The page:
Q3 – Main challenges to address during the post-Covid-19 crisis period (by word frequency)

3. Expert Panel

In addition to the survey, the Research Group developed a set of variables for each TH element (government, business/industry, academia and society) resulting from interviews with experts from each group (Table 1).

For a longitudinal research, we plan to use the survey results on strengths, weaknesses and challenges of TH systems and map them against the variables identified by the expert group to develop further insights into the effectiveness of existing policies and measures used during the Covid-19 crisis and opportunities for systems transformation.

Table 1 Triple Helix variables relevant to Covid-19 pandemic crisis identified by the THA expert group

4. Next Steps

  1. To continue monitoring trends (Appendix).
  2. To repeat the survey in six months and compare results.
  3. To match survey results with expert variables.
  4. To compare survey results by country subject to data validity.


Triple Helix Association Research Group on Covid-19
August 2020


Since the study was conducted, most countries have seen a returning surge as a second wave of contaminations is growing. Concern has been expressed at the lack of sufficient track and trace facilities in some countries, the long haul for finding a vaccine, the burst in infections caused by the social antics of students coming to the first year of university, and returning senior students, leading to a clampdown by the authorities; the tension between government policies to save the economy, avoiding wholesale redundancies with companies going to the wall, and an imminent threat of a financial depression, needing a fine balance between government subsidies, quantitative easing, and financial recovery.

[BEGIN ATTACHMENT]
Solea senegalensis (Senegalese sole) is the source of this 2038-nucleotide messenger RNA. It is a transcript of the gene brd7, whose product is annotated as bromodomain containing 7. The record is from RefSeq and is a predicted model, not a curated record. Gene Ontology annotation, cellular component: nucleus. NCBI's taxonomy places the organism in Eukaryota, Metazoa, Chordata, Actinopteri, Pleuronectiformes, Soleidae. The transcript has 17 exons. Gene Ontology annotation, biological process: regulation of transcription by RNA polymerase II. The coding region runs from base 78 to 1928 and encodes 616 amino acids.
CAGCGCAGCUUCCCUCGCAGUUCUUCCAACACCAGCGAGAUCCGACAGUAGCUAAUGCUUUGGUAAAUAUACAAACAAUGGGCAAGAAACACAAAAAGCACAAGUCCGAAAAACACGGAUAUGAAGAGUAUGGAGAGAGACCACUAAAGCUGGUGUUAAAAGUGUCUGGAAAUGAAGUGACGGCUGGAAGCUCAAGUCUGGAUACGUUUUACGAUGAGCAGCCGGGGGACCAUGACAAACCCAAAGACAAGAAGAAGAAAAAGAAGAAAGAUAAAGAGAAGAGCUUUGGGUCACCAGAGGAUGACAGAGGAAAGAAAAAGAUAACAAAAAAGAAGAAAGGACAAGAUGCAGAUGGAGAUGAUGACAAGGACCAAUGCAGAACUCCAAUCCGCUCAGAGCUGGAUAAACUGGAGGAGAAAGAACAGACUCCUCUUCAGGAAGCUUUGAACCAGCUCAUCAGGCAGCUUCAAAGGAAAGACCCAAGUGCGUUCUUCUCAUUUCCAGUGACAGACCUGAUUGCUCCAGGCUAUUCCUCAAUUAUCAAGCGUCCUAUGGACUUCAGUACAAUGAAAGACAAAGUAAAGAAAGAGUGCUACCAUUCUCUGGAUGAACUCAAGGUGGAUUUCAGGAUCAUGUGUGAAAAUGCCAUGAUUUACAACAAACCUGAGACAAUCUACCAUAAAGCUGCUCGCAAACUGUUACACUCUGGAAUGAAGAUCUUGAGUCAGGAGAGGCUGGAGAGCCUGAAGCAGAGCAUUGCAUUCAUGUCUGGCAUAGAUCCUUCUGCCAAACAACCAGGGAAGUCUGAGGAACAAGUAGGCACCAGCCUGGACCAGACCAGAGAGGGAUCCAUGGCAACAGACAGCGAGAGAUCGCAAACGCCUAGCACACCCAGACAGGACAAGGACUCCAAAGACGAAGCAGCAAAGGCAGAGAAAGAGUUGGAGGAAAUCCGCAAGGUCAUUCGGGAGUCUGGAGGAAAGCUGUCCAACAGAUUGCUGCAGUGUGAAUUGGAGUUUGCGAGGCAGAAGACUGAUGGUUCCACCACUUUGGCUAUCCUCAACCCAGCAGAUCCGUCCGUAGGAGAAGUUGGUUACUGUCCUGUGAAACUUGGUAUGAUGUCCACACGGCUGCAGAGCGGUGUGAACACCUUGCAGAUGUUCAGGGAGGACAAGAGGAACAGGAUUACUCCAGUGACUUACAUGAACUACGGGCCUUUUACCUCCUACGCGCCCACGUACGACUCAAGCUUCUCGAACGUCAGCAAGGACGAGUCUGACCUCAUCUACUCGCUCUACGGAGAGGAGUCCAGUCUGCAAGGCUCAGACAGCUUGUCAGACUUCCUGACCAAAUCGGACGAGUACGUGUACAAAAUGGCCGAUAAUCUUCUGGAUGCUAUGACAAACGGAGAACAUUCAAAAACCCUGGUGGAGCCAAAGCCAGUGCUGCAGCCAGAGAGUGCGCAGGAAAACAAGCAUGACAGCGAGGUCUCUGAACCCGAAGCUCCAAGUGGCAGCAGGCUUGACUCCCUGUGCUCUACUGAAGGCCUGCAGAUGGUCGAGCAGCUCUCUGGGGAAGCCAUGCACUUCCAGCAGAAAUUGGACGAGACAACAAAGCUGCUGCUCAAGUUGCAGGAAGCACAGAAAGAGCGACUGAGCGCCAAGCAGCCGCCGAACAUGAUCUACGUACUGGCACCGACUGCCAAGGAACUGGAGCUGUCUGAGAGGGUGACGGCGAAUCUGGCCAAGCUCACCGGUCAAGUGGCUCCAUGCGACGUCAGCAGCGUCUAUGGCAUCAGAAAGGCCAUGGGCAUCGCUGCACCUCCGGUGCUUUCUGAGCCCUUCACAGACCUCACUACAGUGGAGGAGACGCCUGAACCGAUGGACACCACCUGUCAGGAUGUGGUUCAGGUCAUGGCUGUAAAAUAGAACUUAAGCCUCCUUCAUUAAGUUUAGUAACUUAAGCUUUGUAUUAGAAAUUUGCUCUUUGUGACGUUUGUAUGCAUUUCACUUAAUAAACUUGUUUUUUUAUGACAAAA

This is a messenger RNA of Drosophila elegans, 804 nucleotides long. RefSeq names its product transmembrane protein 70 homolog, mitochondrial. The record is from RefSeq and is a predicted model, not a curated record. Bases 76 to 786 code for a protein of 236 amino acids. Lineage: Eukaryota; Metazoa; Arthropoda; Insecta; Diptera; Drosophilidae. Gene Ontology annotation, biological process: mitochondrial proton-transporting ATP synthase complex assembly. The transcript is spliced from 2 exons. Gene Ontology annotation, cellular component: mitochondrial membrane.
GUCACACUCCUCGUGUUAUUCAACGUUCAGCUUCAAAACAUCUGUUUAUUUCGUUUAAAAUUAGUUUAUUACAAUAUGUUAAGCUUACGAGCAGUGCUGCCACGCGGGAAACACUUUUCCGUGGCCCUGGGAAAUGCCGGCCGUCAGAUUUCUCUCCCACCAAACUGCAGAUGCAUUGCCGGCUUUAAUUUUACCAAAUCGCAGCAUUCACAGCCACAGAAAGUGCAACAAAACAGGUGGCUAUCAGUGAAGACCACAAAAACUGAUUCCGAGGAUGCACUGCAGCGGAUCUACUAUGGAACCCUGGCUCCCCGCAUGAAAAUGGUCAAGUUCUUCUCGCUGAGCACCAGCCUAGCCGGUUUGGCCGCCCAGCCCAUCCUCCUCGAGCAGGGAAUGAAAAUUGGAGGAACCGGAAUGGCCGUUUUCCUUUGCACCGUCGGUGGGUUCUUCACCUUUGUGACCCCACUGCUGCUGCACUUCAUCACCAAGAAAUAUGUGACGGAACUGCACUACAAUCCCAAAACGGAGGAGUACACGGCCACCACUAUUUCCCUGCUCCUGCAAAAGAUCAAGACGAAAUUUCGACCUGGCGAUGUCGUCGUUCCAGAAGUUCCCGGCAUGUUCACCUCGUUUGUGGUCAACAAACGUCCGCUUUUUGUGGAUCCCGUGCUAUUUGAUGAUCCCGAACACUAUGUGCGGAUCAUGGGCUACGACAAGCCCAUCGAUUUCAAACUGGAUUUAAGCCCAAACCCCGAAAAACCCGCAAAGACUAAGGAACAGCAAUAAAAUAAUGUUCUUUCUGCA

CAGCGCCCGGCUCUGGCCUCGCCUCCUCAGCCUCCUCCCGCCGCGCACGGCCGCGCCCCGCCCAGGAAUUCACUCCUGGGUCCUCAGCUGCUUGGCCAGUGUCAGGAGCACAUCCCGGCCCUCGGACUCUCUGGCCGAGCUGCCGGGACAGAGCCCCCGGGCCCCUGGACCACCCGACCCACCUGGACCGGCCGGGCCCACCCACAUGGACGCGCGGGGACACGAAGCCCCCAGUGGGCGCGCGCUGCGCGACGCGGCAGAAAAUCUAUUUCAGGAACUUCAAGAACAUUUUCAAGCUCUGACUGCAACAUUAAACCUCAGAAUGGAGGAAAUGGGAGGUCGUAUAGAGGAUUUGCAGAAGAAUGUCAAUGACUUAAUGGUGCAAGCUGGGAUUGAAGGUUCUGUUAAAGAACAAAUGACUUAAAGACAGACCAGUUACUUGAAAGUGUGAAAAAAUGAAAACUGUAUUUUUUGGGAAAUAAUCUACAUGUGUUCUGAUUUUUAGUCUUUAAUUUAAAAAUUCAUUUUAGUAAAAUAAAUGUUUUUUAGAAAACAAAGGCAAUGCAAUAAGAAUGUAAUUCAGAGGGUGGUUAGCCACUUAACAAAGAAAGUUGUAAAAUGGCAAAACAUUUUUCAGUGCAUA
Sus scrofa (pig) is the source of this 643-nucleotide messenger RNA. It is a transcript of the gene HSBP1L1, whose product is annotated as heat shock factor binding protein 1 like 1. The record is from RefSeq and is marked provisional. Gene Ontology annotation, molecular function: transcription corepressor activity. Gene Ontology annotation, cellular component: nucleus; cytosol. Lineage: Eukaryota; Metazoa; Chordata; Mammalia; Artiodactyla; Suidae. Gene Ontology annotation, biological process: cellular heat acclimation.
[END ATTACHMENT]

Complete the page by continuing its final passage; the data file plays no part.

Another worrisome trend in some countries is that parts of the general public, including the media, are turning against the experts (who want stricter measures), threatening even their lives (by way of example four experts are now under police protection in a western European country). Moreover, again in some countries, politicians, listening to the public and the media (state and private) are starting to adopt relaxing measures, even if objective evidence reflected in international observatories would point to the opposite direction (for example ECDC (the European CDC) www.ecdc.europa.eu/en/covid-19-pandemic).

So the Helix is torn down, with the businesses asking for more relaxation of measures and a return to ‘normality’, the experts going on the other side, and the government trying to ‘calm’ the population. It seems that a new phase of collective denial has started, where ‘living with the virus’, becomes not only the new normal, but a dangerous reality (from collective responsibility to individual one). The system thus is over-fragmented and calls for increased individual action in order to stay safe. This fragmentation dilutes social cohesion and creates negative conditions to fight the pandemic and prepare for the aftermath.

All the above factors are leading to an interesting set of dynamics between the three actors in the Triple Helix – Government, Industry and Academia, and offer a rich canvas for a follow-on study.


Published by the Triple Helix Association  –  ISSN 2281-4515